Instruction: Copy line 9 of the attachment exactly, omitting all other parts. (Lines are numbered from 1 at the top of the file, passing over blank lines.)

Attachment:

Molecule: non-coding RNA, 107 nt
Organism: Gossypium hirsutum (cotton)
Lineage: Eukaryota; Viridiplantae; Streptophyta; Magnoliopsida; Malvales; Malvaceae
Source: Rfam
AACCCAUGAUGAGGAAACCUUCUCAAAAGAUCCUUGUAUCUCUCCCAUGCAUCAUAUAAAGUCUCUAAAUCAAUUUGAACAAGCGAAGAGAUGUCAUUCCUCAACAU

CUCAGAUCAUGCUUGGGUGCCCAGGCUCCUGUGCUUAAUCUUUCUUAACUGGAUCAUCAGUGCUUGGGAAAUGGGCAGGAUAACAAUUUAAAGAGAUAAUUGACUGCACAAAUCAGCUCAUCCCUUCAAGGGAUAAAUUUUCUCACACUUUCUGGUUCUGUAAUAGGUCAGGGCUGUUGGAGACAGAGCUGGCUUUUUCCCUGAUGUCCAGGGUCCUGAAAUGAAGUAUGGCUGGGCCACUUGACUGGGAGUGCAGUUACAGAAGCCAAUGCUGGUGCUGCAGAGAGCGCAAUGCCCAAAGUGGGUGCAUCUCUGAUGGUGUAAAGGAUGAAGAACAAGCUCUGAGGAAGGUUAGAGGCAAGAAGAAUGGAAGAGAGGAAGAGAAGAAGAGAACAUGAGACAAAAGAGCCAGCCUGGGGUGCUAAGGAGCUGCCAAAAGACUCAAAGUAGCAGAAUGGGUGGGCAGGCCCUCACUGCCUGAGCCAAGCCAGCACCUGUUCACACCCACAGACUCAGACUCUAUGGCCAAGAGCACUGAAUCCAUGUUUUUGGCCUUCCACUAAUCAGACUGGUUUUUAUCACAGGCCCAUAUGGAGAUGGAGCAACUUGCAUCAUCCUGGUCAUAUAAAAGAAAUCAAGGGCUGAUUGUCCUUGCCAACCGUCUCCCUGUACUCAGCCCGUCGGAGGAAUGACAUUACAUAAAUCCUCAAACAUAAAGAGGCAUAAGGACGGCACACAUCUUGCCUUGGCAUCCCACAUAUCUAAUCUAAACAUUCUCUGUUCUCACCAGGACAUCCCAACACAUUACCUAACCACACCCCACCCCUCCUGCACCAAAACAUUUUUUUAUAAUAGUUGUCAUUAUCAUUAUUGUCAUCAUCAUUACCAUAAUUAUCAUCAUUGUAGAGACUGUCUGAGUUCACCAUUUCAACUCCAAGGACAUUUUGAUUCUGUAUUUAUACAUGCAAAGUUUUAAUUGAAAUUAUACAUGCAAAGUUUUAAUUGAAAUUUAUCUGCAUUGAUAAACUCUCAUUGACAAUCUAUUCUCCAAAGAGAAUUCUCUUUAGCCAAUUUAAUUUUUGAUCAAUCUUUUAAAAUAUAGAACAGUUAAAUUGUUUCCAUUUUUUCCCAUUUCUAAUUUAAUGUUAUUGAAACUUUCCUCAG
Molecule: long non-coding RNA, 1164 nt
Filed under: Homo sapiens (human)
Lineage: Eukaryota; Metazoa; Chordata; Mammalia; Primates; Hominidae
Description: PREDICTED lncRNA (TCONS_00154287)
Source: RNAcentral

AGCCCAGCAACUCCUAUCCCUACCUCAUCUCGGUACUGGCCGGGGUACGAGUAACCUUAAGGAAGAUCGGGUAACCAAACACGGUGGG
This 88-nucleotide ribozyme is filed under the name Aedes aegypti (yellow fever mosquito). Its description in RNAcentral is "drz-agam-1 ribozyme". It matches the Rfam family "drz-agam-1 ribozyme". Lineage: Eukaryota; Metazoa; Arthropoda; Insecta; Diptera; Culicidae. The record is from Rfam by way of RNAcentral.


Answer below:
Lineage: Eukaryota; Metazoa; Chordata; Mammalia; Primates; Hominidae